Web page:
For the train function, we’ll start by defining a search space. This defines the model’s hyperparameters we want to optimize. We’ll do this using some of hpjs’s parameter expressions. If you’re unfamiliar with them, I’ve gone over each of the expressions in detail at the end of my previous article.

`const space = {`

optimizer: hpjs.choice(['sgd', 'adam', 'adagrad', 'rmsprop']),

epochs: hpjs.quniform(50, 250, 50),

};

The parameter expressions we’ve used here are hpjs.choice and hpjs.quniform. hpjs.choice will randomly select one of the objects (optimizers in this case) from the list each time the function is called, while hpjs.quniform will randomly select a number between 50 and 250, with a step size of 50, each time the function is called.

Next, let’s the make the optimization function. We’ll be returning the loss, which we’ll use to measure which parameters are "best."

const optFunction = async ({ optimizer, epochs }, { xs, ys }) => {

// Create a simple sequential model.

const model = tf.sequential();

// add a dense layer to the model and compile

model.add(tf.layers.dense({ units: 1, inputShape: [1] }));

model.compile({

loss: 'meanSquaredError',

optimizer,

});

// train model using defined data

const h = await model.fit(xs, ys, {epochs});

//print out each optimizer and its loss

console.log(optimizer, h.history.loss[h.history.loss.length - 1]);

// return the model, loss, and status, which is necessary

return { model, loss: h.history.loss[h.history.loss.length - 1],

status: hpjs.STATUS_OK };

};

Here, we’re passing in our hyperparameters as the first argument and the input/output data as the second argument.

Now, let’s finish the train function. In it, we’ll use the hpjs fmin function to find the optimal hyperparameters (the set of hyperparameters for which the model had the minimum loss).

const trials = await hpjs.fmin(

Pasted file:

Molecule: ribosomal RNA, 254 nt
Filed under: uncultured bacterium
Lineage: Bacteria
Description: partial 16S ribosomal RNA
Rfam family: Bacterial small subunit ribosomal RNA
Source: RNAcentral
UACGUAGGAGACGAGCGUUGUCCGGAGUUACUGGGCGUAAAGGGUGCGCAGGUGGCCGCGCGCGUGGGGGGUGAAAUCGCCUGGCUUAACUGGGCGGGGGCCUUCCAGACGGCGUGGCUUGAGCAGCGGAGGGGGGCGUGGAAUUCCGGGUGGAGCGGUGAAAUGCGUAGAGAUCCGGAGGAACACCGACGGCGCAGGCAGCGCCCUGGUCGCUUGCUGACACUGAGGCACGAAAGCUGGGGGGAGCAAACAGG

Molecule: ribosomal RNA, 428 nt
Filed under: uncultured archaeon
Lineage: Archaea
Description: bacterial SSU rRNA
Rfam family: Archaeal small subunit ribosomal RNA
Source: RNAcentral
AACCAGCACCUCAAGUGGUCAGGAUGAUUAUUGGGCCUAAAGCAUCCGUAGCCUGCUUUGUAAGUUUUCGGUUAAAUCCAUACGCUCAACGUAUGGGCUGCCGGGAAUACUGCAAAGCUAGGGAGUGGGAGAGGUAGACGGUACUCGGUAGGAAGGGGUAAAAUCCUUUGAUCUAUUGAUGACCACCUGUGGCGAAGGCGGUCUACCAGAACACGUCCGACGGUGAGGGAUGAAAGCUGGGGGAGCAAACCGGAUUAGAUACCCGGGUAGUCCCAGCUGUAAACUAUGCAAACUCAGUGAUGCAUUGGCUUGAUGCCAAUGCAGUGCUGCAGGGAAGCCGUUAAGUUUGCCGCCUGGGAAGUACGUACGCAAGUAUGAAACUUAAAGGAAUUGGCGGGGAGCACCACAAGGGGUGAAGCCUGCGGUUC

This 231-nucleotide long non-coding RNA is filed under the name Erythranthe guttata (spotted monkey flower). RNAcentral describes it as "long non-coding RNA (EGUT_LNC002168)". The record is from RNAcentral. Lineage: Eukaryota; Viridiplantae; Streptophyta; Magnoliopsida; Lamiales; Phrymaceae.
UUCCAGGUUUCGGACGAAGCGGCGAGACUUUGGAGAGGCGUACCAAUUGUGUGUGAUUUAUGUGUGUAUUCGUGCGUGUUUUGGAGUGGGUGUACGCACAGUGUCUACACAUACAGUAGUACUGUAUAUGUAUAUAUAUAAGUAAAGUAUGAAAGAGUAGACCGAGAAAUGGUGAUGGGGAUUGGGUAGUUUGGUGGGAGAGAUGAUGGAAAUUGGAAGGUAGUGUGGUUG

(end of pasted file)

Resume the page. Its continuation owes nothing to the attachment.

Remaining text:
optFunction, space, hpjs.search.randomSearch, 6,

{ rng: new hpjs.RandomState(654321), xs, ys }

);

const opt = trials.argmin;

In fmin, we’re passing the optimization function we just wrote, the search space, the search method (random search in this case), number of times we’ll call the optimization function (6 in this case), and an object where we can pass anything we want. In it, we’re passing a seeded random generator (rng) for replicable results as well as the train/test data. We could also create the data in the optimization function instead of passing it in like above, but that would be wasteful since it would be recreated every time that function runs (6 times in this case). Below that, we define a const opt which contains the optimizer and epochs from the run that had the smallest loss i.e. the “best” optimizer and epochs. From there, we can display the best optimizer, epochs, and a prediction using some basic html/javascript. Here’s what we have now: (Again, you can copy/paste it in an html file and it should run. Or, here’s a Stackblitz example to play around with)

Because of the seeded random generator, we expect to see the sgd optimizer and 250 epochs as the best hyperparameters.

### Optimizing Learning Rate and the Importance of Search Spaces

Measuring the optimal number of epochs is a bit pointless since the largest number of epochs is obviously best, but measuring it made for a pretty easy example. Let’s now look at the learning rate and see how optimizing it can be a bit more involved.

#### Defining a Search Space